Johann Nikolaus Forkel had a desire to bring Germany’s native son, J.S. Bach, into focus in the early 1800’s. His research of Bach’s life and works were sketchy at times, but he put together the first authoritative work on the life of J.S. Bach. Forkel so desperately wanted his native land to know about the genius of Bach. “One of the best and most effective means of popularizing musical masterpieces is to perform them in public,” he wrote. “In that way works of merit secure a widening audience.”
Jesu, Joy of Man’s Desiring is a work of merit and it desires a very wide audience. It is, in my humble opinion, and with my limited knowledge of music, one of the most beautiful melodies I have ever heard. It so captivates me! Our minister of music, Michael Roderick, played it yesterday (12/16) for the prelude of our service. When I hear the music, I close my eyes and focus on the One who should be the chief Joy of my heart. His name is Jesus! Yes, you heard me right – I close my eyes and focus on Jesus (with the eyes of my heart). Don’t think I’m crazy if I feel a sense of rapture when I listen to the song. Forkel said in 1802, “No one who is familiar with the work of other centuries will contradict or hold my statement exaggerated, that Bach cannot be named except in tones of rapture, and even of devout awe, by those who have learned to know him.” God gifted this man to compose music for the church. That’s right. He was a music director, first in Weimar, then in Leipzig. He composed a new cantata virtually every week! He began composing on Monday, finished it on Thursday, practiced it with the orchestra Friday and Saturday, then it was played at 8 AM at Sunday morning mass. He composed around 550 cantatas, and that is only the beginning!
Forkel, with great regret, said, “Bach’s works unfortunately are rarely heard nowadays; for the number of persons capable of playing them adequately is at best inconsiderable.” I am thankful that God sent RBC a music leader that can more-than-adequately handle Bach! Forkel said, “To awaken a wide appreciation of musical masterpieces depends upon the existence of good teachers.” Michael, not only can you handle Bach, but you play Bach for us and teach him to us! Thank you, indeed!
Generations of Musicians
It is said of Bach’s family that ”in six successive generations scarcely two or three of its members are found whom nature had not endowed with remarkable musical talent, and who did not make music their profession.” They were a close knit family. It is said that they, “exhibited a clannish attachment to each other.” The Bachs often lived in small towns and were not prone to migrate to larger cities. The Bach name was still big in Germany, but not as big as it could have been. Then came Johann Sebastian Bach, born March 21, 1685, in Eisenach. At the age of 10 he became an orphan and was dependent on his oldest brother for care. This brother, Christoph, was amazed by his little brother’s talent. He fed him with as much music as possible to help him grow as a musician.
Jesu, Joy of Man’s desiring comes from cantata number 147. The cantata was named Herz (heart) und Mund (mouth) und Tat (deed) und Leben (life). There are ten songs in the cantata, with Jesu being the final song. Jesu was the second of two choral sing-a-longs in the cantata. The choral arrangement was designed to allow the people to stand and stretch while they sang with the chorus. I have read that the song was first played on July 2, 1723, but I also read that it was performed in Weimar on the 4th Sunday of Advent. I can’t seem to find out which is true, or if a combination of both are true: First played on July 2, then played regularly at Advent.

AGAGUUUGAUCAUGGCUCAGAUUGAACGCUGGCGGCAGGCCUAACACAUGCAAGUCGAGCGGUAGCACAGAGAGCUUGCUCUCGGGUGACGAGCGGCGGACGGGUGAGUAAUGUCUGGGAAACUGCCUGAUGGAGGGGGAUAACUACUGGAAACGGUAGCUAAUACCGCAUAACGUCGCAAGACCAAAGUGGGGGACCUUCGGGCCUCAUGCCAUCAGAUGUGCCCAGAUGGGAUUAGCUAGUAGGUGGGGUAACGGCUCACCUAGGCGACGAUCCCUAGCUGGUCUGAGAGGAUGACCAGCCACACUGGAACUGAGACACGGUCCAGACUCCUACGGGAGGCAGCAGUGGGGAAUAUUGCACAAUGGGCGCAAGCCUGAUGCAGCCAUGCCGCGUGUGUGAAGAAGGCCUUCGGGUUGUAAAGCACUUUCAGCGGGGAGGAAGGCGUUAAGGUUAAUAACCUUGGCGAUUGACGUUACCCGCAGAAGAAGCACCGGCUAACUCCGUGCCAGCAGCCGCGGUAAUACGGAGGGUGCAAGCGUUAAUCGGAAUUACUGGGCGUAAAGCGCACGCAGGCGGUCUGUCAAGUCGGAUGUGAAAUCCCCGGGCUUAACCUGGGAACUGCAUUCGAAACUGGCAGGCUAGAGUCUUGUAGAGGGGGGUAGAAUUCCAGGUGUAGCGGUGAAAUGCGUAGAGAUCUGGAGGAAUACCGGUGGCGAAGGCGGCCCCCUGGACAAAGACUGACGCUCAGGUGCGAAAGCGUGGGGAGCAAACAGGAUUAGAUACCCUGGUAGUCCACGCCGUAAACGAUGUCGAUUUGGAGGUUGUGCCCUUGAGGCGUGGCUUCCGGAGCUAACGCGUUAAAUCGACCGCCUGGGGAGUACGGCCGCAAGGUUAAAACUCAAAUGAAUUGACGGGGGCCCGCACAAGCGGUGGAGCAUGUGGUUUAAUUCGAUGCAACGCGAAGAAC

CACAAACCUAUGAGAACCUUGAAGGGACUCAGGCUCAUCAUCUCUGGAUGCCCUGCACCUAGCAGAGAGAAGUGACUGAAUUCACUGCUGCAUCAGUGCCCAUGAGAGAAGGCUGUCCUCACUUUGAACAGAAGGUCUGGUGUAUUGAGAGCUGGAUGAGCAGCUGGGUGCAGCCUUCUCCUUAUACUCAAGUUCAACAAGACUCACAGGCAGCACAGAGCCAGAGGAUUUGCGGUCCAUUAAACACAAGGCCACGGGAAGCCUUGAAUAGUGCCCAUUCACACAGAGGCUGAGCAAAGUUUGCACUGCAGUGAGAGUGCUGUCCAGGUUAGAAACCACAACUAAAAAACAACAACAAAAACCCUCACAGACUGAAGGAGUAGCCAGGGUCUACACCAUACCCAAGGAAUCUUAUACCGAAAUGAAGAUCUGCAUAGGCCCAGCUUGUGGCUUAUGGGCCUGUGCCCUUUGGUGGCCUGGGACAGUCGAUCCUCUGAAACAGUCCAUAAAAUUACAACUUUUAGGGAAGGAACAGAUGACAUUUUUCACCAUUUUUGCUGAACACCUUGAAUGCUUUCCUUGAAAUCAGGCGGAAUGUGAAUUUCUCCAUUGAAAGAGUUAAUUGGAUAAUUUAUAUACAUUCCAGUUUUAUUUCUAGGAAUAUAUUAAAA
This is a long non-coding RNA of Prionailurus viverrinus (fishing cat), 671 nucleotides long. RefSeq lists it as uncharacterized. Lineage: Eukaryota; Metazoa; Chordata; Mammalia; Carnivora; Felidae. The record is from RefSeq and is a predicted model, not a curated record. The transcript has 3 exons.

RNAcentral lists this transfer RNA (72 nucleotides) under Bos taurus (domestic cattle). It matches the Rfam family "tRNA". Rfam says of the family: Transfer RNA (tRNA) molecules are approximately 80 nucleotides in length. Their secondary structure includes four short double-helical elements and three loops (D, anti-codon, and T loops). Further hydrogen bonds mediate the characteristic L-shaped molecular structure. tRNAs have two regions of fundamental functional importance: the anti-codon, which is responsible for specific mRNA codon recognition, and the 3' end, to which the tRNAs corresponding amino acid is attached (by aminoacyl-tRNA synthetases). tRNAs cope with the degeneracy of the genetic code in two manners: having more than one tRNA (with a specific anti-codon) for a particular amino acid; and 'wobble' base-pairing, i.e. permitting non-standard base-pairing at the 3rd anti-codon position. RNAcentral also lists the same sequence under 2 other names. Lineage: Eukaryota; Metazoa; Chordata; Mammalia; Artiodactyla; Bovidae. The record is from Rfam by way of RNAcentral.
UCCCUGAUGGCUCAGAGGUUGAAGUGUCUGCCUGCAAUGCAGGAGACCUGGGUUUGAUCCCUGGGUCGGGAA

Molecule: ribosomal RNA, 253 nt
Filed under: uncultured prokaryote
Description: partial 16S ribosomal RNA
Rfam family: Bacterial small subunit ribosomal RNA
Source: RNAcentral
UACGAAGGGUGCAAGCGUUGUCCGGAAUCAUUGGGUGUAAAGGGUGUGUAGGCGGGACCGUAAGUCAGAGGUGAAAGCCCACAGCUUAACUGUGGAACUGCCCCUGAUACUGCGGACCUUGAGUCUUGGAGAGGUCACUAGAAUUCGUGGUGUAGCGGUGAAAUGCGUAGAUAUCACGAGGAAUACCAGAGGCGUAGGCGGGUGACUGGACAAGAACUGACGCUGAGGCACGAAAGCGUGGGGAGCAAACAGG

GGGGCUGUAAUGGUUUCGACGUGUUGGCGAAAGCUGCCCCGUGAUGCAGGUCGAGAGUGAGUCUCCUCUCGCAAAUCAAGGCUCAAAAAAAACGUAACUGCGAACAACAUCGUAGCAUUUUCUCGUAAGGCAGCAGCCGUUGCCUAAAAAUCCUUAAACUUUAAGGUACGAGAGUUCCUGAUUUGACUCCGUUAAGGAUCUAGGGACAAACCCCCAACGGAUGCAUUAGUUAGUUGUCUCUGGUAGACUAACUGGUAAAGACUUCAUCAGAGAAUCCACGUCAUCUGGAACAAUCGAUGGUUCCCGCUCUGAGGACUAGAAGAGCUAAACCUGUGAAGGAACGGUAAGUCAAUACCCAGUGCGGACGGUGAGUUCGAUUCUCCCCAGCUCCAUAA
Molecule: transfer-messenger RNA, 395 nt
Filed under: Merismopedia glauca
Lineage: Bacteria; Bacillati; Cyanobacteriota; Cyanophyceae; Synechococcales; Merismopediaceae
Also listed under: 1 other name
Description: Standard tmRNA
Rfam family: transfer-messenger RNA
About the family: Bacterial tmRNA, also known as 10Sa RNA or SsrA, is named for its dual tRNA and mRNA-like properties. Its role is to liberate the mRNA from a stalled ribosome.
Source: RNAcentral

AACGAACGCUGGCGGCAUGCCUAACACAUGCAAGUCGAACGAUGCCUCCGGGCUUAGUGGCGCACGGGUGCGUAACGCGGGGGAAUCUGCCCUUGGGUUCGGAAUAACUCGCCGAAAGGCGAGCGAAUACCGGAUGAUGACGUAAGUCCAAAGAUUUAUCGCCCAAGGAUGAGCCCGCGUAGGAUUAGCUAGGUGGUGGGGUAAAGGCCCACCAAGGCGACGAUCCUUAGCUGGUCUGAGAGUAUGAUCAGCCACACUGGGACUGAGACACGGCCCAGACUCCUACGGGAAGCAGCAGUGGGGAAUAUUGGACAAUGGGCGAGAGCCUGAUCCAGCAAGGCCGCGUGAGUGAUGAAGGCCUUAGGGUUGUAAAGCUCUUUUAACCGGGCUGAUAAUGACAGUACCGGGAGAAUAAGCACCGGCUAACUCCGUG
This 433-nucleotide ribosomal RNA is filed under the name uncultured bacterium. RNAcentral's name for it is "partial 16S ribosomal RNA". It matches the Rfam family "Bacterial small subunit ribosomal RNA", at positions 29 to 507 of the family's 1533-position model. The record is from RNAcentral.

The text of the song was written by Martin Janus in 1661. The music was actually written by Johann Schop, but was arranged by Bach for his Cantata 147. The song has actually been arranged several times since. The English that we see today does not correspond to the original German. I want to give the translation of the original to right of the German. I do this because many of you I believe will be encouraged from the message of the original hymn. Perhaps you are suffering and you need encouragement to hold on. Well, here it is in the words of this hymn.
|Jesus bleibet meine Freude
meines Herzens Trost und Saft,
Jesus wehret allem Leide,
er ist meines Lebens Kraft,
meiner Augen Lust und Sonne,
meiner Seele Schatz und Wonne;
darum lass’ ich Jesum nicht
aus dem Herzen und Gesicht.Wohl mir, dass ich Jesum habe,
o wie feste halt’ ich ihn,
dass er mir mein Herze labe,
wenn ich krank und traurig bin.
Jesum hab’ ich, der mich liebet
und sich mir zu eigen giebet,
ach drum lass’ ich Jesum nicht,
wenn mir gleich mein Herze bricht.
|Jesus remains my joy
My hearts’s comfort and essence,
Jesus resists all suffering,
He is my life’s strength.
My eye’s desire and sun,
My soul’s love and joy.
So will I not leave Jesus,
Out of heart and face.Well for me that I have Jesus,
O how strong I hold to Him.
That He might refresh my heart,
When sick and sad am I.
Jesus have I, who loves me,
And gives to me his own.
Ah, therefore I will not leave Jesus,
When I feel my heart is breaking.
I pray that Jesus would remain your joy this Christmas and forever. That He would be your strength and comfort and that He would refresh your heart. He remains faithful and He holds on to you with His omnipotent hand! He loves you, friend, so don’t lose sight of that. Let Him be the Joy of your desires!